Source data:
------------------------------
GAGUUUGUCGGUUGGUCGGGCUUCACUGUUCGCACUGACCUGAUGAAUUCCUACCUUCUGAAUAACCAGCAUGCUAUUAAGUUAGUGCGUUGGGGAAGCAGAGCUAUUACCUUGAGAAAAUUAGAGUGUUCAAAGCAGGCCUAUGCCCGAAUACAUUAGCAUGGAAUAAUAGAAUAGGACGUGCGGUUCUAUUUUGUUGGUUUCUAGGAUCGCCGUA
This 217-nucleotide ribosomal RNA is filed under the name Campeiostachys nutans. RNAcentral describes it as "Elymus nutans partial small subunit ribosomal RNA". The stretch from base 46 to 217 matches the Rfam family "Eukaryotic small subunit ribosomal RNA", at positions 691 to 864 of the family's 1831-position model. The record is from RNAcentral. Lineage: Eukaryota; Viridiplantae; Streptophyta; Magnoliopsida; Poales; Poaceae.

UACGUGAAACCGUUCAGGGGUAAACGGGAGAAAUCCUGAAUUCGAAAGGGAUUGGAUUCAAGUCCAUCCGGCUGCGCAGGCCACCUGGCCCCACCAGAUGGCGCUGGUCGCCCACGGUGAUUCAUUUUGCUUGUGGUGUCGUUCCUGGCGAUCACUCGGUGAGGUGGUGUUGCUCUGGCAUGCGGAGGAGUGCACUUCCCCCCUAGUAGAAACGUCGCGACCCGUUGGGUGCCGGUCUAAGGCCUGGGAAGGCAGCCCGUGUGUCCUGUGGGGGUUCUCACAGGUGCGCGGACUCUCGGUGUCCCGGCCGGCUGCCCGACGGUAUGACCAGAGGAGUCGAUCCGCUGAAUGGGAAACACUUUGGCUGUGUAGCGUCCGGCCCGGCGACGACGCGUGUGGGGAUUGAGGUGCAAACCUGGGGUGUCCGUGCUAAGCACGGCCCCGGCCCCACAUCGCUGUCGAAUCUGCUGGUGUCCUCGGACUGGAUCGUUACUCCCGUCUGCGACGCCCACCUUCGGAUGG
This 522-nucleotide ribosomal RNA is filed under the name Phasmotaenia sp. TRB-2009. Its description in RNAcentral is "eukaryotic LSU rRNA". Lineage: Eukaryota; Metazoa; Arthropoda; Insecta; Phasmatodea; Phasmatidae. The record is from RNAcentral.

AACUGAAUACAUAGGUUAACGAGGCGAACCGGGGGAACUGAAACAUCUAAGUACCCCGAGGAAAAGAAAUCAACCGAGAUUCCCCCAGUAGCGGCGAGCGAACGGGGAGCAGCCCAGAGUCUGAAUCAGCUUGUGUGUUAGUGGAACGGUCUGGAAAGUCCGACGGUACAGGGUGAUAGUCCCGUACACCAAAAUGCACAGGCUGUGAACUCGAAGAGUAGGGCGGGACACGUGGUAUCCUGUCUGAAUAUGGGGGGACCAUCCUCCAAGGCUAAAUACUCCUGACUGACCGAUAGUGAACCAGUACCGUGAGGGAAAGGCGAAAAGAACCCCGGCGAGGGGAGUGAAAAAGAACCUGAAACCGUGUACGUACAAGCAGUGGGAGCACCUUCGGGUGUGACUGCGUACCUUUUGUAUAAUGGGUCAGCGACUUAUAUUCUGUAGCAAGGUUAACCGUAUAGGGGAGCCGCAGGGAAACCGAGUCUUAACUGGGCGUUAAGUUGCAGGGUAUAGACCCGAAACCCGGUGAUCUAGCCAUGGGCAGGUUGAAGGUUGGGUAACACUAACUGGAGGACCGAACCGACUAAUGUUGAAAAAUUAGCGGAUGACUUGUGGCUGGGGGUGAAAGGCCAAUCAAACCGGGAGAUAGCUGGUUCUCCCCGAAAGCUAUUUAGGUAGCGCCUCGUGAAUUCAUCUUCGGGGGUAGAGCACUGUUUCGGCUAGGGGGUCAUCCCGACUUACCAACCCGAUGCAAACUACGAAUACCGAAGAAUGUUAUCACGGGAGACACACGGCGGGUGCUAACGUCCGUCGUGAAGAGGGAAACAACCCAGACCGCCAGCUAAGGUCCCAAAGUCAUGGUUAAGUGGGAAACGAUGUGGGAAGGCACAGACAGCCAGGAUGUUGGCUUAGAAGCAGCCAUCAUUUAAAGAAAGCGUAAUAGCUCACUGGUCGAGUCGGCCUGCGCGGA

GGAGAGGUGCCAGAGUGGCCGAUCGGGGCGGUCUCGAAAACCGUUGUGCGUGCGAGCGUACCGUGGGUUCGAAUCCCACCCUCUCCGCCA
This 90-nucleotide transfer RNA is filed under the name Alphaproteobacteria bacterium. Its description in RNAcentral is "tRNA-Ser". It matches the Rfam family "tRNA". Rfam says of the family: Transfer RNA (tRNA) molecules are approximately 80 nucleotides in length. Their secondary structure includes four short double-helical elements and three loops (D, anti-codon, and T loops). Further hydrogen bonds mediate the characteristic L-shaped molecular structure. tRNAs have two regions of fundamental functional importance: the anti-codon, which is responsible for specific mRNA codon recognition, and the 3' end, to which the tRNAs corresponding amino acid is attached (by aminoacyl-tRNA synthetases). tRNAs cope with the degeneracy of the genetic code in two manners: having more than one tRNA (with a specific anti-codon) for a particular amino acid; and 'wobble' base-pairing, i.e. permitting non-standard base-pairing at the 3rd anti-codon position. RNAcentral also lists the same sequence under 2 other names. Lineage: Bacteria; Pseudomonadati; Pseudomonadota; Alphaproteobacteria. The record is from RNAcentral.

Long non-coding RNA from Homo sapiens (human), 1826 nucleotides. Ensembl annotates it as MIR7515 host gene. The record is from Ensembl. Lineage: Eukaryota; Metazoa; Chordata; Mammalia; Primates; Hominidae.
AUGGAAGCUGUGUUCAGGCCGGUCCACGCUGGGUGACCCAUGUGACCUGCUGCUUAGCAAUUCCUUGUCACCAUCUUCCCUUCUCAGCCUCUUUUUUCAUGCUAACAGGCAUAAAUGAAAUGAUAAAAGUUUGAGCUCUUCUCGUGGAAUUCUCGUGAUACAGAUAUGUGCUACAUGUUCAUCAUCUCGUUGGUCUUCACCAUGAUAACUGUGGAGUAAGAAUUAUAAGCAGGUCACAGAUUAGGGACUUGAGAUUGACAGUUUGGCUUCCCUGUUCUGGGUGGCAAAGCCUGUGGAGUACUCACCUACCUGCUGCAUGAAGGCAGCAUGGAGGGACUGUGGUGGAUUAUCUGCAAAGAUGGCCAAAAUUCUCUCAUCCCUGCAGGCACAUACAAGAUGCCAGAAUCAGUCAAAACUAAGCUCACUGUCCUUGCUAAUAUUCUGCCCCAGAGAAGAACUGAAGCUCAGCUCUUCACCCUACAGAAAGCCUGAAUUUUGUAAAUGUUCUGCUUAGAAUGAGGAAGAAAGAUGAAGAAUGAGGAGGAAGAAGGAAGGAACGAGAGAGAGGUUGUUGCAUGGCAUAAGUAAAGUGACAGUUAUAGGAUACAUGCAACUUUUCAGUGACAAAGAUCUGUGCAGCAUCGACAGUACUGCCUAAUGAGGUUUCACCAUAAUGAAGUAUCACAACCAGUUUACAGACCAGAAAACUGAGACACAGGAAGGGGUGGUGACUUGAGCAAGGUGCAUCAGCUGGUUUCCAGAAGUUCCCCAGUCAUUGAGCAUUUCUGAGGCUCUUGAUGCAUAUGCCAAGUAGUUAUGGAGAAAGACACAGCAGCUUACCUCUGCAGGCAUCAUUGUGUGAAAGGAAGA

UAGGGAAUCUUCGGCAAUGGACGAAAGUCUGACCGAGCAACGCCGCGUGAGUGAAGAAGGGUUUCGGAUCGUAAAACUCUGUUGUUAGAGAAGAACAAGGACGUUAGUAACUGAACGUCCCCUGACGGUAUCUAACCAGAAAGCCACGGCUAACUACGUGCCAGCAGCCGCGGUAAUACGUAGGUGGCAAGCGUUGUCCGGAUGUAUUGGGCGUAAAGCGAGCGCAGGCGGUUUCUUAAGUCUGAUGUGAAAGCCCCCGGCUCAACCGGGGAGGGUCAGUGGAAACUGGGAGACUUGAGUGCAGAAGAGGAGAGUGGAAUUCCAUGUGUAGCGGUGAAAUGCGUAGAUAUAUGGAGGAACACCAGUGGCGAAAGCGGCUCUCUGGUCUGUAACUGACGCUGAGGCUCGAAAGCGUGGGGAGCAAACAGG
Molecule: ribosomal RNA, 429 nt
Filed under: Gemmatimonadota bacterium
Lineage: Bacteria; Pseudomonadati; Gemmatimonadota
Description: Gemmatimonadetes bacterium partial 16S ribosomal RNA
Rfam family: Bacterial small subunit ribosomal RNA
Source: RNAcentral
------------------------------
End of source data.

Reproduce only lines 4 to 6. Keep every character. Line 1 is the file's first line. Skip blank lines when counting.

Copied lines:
This 522-nucleotide ribosomal RNA is filed under the name Phasmotaenia sp. TRB-2009. Its description in RNAcentral is "eukaryotic LSU rRNA". Lineage: Eukaryota; Metazoa; Arthropoda; Insecta; Phasmatodea; Phasmatidae. The record is from RNAcentral.

AACUGAAUACAUAGGUUAACGAGGCGAACCGGGGGAACUGAAACAUCUAAGUACCCCGAGGAAAAGAAAUCAACCGAGAUUCCCCCAGUAGCGGCGAGCGAACGGGGAGCAGCCCAGAGUCUGAAUCAGCUUGUGUGUUAGUGGAACGGUCUGGAAAGUCCGACGGUACAGGGUGAUAGUCCCGUACACCAAAAUGCACAGGCUGUGAACUCGAAGAGUAGGGCGGGACACGUGGUAUCCUGUCUGAAUAUGGGGGGACCAUCCUCCAAGGCUAAAUACUCCUGACUGACCGAUAGUGAACCAGUACCGUGAGGGAAAGGCGAAAAGAACCCCGGCGAGGGGAGUGAAAAAGAACCUGAAACCGUGUACGUACAAGCAGUGGGAGCACCUUCGGGUGUGACUGCGUACCUUUUGUAUAAUGGGUCAGCGACUUAUAUUCUGUAGCAAGGUUAACCGUAUAGGGGAGCCGCAGGGAAACCGAGUCUUAACUGGGCGUUAAGUUGCAGGGUAUAGACCCGAAACCCGGUGAUCUAGCCAUGGGCAGGUUGAAGGUUGGGUAACACUAACUGGAGGACCGAACCGACUAAUGUUGAAAAAUUAGCGGAUGACUUGUGGCUGGGGGUGAAAGGCCAAUCAAACCGGGAGAUAGCUGGUUCUCCCCGAAAGCUAUUUAGGUAGCGCCUCGUGAAUUCAUCUUCGGGGGUAGAGCACUGUUUCGGCUAGGGGGUCAUCCCGACUUACCAACCCGAUGCAAACUACGAAUACCGAAGAAUGUUAUCACGGGAGACACACGGCGGGUGCUAACGUCCGUCGUGAAGAGGGAAACAACCCAGACCGCCAGCUAAGGUCCCAAAGUCAUGGUUAAGUGGGAAACGAUGUGGGAAGGCACAGACAGCCAGGAUGUUGGCUUAGAAGCAGCCAUCAUUUAAAGAAAGCGUAAUAGCUCACUGGUCGAGUCGGCCUGCGCGGA

GGAGAGGUGCCAGAGUGGCCGAUCGGGGCGGUCUCGAAAACCGUUGUGCGUGCGAGCGUACCGUGGGUUCGAAUCCCACCCUCUCCGCCA